Adonis Blue. Polyommatus bellargus (Rottemburg, 1775)
Wingspan: From 2.5 to 3.2 cm.
Closed wings: Male butterflies are greyish or brown, and female brown. They have checked fimbriae. There is a dot in the forewings discal area. Large dots, out of which two are joined and separated from the rest, make a question mark. Orange spots are round and softly outlined in black.
Open wings: They can hardly ever be seen resting with stretched wing. Both sexes have checked hairs (fimbriae). Male is bright blue, and female brown with orange spots on the outer margins.
Southern Blue: Dots are smaller, and there are no checked hairs.
Mother-of-pearl Blue: It is light brown or whitish, and without a dot in the discal area. The dots over it are smaller, and it has pointed orange spots. There are no checked fimbriae.
Chapman's Blue: It does not have a dot in the discal area. The dots over it are smaller, and it has pointed orange spots. There are no checked fimbriae.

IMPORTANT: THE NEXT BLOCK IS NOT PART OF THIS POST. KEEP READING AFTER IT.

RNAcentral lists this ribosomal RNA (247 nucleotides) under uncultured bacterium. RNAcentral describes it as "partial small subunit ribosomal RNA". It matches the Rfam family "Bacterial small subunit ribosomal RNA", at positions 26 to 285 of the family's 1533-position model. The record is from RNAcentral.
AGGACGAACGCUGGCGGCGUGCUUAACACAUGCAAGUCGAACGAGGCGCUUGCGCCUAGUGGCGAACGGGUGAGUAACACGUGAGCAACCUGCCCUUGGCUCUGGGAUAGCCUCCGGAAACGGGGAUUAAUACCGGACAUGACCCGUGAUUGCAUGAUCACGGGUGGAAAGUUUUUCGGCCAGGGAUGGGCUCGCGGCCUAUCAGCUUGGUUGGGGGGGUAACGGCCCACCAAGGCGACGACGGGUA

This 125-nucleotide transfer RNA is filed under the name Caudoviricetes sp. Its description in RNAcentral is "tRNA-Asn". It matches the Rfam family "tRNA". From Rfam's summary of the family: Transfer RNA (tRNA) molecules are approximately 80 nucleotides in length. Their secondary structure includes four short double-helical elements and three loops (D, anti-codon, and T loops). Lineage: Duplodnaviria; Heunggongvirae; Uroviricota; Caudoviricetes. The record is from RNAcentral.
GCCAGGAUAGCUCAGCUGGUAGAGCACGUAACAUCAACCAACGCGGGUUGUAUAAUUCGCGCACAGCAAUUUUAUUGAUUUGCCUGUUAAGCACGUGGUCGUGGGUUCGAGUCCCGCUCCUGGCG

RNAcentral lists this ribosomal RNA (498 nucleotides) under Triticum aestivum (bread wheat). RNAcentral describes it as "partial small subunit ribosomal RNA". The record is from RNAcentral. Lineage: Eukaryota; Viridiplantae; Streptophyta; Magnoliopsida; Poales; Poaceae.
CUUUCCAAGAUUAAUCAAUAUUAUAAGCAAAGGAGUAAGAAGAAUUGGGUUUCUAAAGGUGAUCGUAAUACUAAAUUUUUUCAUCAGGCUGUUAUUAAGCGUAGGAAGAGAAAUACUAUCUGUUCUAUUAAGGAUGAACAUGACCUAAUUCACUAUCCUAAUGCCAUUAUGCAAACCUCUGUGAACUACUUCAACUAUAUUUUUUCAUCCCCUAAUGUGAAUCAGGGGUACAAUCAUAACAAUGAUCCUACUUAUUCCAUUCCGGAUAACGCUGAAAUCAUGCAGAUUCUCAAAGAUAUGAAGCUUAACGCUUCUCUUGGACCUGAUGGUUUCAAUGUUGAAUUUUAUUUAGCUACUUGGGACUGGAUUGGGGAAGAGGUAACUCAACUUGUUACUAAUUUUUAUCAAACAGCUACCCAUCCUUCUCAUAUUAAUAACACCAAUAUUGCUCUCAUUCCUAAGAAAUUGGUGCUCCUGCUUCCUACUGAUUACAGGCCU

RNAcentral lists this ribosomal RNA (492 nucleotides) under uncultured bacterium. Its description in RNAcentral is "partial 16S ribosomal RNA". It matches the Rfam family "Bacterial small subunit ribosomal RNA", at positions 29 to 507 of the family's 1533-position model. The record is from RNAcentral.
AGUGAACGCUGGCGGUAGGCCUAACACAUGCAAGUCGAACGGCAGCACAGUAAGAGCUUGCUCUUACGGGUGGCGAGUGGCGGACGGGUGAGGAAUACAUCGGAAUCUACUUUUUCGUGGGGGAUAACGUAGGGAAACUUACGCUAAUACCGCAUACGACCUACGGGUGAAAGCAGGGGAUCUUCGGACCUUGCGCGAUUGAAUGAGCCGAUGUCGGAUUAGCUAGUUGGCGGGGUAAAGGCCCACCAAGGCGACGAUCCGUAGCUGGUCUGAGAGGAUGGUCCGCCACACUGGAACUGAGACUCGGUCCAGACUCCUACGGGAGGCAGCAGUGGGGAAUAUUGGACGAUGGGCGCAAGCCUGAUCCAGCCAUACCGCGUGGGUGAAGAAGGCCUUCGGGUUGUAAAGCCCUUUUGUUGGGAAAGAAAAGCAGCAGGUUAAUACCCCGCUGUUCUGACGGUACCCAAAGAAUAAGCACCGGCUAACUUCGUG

Escher's Blue: The dot is missing from the discal area. It does not have checked fringe (fimbriae).
Spanish Chalk-hill Blue: The dots on the hindwings are smaller. There are no orange spots or their size is smaller.
Biology and Habitat
Several generations fly throughout a year, above all from March to August.
These butterflies prefer forests and well-preserved scrubland with grassland and pasture. They can often be found in less rugged areas at an altitude that goes up to 1300 m. These landscapes shelter their caterpillars' foodplants, leguminous plants that belong to Coronilla, Anthyllis and Hippocrepis families.
Distribution in the Great Path
The species is rather present along the GMP, though in small numbers and at specific places. It is scarce on the stages that reach the coast and adapted areas in the north of the province. Nevertheless, there might exist traces of some populations at places with local vegetation.